Marcel Quinet (1915-1986) attended the music academy of his native town Binche before completing his studies at the Royal Conservatory of Mons. By 1934, he entered the Royal Music Conservatory of Brussels where he earned several successes: a first prize in fugue (Prix Gevaert, 1938), Master Degree in piano (Prix Ella Olin, 1942), a composition prize (Prix Agniez, 1946), etc.
Marcel Quinet studied with major teachers such as Fernand Quinet (harmony), Léon Jongen (fugue), and Marcel Maas (piano). He learnt composition with Léon Jongen and more particularly with Jean Absil.
In 1945, he was awarded the Premier Grand Prix de Rome for his cantata “La Vague et le Sillon”. This marked the start of his career as a composer. He received a Second Prize at the Queen Elisabeth Composition Competition, with his “Variation pour Orchestre” (1957). In 1959, the CeBeDeM awarded Marcel Quinet the Prize of Composition Emile Doehaert for his “Divertimento”. He received the Prix de l’Union de la Presse Musicale Belge in 1964, the Prix Irma de la Hault in 1966, la bourse Koopal in 1970, le Prix SABAM in 1972 and the Prix de la Fondation Darche in 1978.
He first taught at the Academy of Binche (1939-1943) before teaching piano at the Academy of Etterbeek (1941-1969). As of 1943, he was piano lecturer at the Royal Conservatory of Brussels; he then became a professor of written harmony (1948-1959) and later fugue (1959-1979). In both Saint-Josse-Ten-Noode and Schaerbeek, he was director of the Music Academy (1951-1975); he repeatedly taught as a special and later associate professor of composition at the Chapelle Reine Elisabeth of Belgium (1968-1979). At the SABAM, he held the positions of managing-director (1976-1980) and chairman of the Mutual Aid and Solidarity Fund (1980-1986).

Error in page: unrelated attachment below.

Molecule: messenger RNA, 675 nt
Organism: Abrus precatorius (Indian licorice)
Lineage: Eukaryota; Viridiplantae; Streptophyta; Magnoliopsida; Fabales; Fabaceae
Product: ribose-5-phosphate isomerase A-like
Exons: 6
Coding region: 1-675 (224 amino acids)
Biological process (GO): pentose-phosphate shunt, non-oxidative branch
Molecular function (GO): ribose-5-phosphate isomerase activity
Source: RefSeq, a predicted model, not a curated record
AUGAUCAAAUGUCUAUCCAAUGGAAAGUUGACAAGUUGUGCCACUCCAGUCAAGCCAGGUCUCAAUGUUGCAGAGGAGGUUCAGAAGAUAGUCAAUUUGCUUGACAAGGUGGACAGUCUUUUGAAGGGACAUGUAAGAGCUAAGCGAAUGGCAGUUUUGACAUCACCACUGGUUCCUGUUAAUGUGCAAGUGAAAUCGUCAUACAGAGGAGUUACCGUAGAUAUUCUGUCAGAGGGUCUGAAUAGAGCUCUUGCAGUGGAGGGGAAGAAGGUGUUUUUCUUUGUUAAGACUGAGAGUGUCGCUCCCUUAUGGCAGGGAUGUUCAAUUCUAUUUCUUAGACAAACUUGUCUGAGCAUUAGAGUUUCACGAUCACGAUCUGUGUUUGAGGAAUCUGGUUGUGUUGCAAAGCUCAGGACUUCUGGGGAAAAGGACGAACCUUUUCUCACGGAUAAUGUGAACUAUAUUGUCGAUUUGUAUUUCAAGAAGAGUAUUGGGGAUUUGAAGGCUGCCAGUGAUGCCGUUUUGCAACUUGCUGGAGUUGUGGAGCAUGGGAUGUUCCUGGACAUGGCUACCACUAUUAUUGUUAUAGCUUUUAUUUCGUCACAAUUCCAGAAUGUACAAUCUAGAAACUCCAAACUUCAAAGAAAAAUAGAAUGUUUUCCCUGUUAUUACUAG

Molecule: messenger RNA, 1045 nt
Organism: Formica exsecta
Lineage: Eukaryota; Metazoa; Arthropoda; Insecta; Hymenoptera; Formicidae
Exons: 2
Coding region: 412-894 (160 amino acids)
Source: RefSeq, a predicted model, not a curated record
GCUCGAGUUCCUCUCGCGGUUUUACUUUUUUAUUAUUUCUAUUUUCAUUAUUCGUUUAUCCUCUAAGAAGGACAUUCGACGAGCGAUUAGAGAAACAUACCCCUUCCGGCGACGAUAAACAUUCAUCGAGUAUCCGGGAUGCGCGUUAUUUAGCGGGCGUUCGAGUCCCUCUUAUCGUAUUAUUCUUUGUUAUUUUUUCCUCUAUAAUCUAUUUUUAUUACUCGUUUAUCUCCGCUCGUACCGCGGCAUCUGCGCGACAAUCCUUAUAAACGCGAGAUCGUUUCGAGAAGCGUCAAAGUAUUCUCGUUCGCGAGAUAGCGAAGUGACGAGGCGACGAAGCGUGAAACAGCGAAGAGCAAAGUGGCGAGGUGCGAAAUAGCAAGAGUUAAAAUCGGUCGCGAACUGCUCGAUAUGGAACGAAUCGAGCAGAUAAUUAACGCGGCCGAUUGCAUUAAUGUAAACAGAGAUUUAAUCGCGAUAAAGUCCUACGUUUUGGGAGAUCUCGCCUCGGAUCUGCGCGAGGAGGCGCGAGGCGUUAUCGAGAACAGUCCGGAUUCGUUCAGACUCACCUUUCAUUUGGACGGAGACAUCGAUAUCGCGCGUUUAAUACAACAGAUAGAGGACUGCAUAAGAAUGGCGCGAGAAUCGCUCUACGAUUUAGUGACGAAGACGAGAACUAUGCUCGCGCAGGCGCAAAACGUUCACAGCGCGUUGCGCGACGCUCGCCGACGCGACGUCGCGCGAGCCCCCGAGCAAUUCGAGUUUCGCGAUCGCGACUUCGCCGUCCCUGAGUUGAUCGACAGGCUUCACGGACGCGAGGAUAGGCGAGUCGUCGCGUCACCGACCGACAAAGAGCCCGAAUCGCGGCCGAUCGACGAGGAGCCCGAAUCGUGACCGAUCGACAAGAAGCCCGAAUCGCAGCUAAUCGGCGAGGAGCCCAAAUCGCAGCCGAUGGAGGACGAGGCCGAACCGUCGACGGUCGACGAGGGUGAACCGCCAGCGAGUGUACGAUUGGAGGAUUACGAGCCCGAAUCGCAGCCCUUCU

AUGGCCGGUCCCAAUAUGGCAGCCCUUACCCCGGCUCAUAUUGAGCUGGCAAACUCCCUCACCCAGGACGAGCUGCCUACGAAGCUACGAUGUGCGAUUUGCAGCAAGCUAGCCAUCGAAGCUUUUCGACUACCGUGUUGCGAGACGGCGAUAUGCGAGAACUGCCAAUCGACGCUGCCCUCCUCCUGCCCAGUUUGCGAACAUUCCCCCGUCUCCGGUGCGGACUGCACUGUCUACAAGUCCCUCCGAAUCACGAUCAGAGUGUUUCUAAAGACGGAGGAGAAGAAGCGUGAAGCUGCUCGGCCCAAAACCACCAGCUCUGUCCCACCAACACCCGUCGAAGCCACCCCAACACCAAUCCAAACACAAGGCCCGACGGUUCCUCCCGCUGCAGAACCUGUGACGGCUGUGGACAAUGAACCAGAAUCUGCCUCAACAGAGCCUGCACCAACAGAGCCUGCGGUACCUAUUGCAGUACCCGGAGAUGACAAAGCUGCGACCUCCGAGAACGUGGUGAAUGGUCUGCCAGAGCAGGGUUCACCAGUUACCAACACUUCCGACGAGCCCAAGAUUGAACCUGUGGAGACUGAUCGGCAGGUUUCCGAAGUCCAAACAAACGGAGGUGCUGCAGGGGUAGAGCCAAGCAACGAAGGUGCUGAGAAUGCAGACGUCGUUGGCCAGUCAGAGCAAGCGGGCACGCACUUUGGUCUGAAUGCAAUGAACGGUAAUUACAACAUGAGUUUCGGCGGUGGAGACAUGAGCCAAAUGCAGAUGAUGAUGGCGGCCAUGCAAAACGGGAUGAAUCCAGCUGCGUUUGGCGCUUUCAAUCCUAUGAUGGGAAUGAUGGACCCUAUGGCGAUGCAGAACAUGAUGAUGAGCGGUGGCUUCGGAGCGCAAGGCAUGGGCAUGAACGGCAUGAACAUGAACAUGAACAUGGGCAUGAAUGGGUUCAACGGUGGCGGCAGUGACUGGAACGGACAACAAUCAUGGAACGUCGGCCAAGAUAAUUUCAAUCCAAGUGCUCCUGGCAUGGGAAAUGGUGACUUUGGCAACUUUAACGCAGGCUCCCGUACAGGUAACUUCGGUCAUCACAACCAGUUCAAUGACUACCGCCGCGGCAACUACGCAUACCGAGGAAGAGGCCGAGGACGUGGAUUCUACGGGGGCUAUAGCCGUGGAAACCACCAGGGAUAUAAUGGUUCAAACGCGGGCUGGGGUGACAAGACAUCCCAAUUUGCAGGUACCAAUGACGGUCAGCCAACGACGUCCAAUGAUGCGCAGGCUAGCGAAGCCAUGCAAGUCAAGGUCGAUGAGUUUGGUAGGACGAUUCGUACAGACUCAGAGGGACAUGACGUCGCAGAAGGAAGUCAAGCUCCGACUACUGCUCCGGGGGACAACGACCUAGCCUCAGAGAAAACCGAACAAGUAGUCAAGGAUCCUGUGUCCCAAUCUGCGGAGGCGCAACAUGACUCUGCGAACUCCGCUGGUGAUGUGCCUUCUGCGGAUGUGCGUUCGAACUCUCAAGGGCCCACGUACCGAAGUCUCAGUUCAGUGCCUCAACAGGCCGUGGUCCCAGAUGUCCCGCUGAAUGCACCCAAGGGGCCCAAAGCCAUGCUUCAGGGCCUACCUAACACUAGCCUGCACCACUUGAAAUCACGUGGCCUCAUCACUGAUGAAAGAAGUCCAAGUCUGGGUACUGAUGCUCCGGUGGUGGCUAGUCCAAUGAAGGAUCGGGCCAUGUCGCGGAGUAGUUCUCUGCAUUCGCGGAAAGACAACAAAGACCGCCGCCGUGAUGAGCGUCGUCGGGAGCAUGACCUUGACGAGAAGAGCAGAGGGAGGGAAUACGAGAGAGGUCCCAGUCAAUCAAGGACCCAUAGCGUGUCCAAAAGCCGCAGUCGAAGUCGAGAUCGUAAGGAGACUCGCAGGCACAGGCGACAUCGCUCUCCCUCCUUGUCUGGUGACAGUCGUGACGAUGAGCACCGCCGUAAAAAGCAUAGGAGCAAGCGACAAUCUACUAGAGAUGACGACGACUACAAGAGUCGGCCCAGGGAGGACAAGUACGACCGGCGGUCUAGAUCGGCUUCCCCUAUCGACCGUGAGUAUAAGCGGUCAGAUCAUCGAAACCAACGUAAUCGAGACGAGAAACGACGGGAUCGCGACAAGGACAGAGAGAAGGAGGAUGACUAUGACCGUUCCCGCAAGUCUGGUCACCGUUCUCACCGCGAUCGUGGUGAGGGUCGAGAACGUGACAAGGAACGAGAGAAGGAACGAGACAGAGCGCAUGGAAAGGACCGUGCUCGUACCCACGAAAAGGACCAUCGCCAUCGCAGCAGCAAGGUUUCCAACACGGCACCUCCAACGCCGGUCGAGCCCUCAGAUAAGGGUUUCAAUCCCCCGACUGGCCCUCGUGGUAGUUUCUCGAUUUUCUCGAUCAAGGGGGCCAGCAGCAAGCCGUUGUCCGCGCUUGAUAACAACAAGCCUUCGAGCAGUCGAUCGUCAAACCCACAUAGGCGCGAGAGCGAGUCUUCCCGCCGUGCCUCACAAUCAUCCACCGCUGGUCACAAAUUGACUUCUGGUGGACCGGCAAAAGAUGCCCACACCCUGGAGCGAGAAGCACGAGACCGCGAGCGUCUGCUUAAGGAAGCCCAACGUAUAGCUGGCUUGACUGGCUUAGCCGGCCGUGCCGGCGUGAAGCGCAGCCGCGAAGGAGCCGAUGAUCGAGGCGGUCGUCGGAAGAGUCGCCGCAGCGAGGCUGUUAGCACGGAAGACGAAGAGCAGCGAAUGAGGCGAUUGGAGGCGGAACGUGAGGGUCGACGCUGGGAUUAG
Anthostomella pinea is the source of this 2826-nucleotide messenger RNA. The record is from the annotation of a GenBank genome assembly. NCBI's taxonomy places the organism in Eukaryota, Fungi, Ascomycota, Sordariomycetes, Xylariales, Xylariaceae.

By 1959 he has become a well-known figure in 20th century music. «In Marcel Quinet’s first works, especially through Hindemith there were signs of a strong will to return to Bach. Elsewhere there are clear signs of his admiration for Bartok but Absil’s influence proved undoubtedly decisive in his works. This influence clearly materialised in the way he developed his melodies, in his elegant countrepoint writing and in his firm handling of orchestration. Quinet admirably succeeded in writing for piano. Above all, he enjoyed working out formal sets in which heightened sensibility was visible» wrote Robert Wangermée. In his creative work, Marcel Quinet assimilated the most radical novelties and integrated them into his own personal expression including various influences from Bartok, Stravinsky and the Viennese School. Although he has started with tonal music, he later concentrated on plurimodality and non-serial atonal chromatic music. In 1969 he discovered the importance of the music of ancient Greece and more specially its metric structure, as his later works tend to show it.
He was appointed Correspondent in 1976 and later member in 1978 of Fine Arts Class at the Royal Academy of Belgium.
Marcel Quinet left behind hundreds of listed works, expressed in modern language, remarkably written in a very personal way without excess, with the refinement that was so typical of his expression.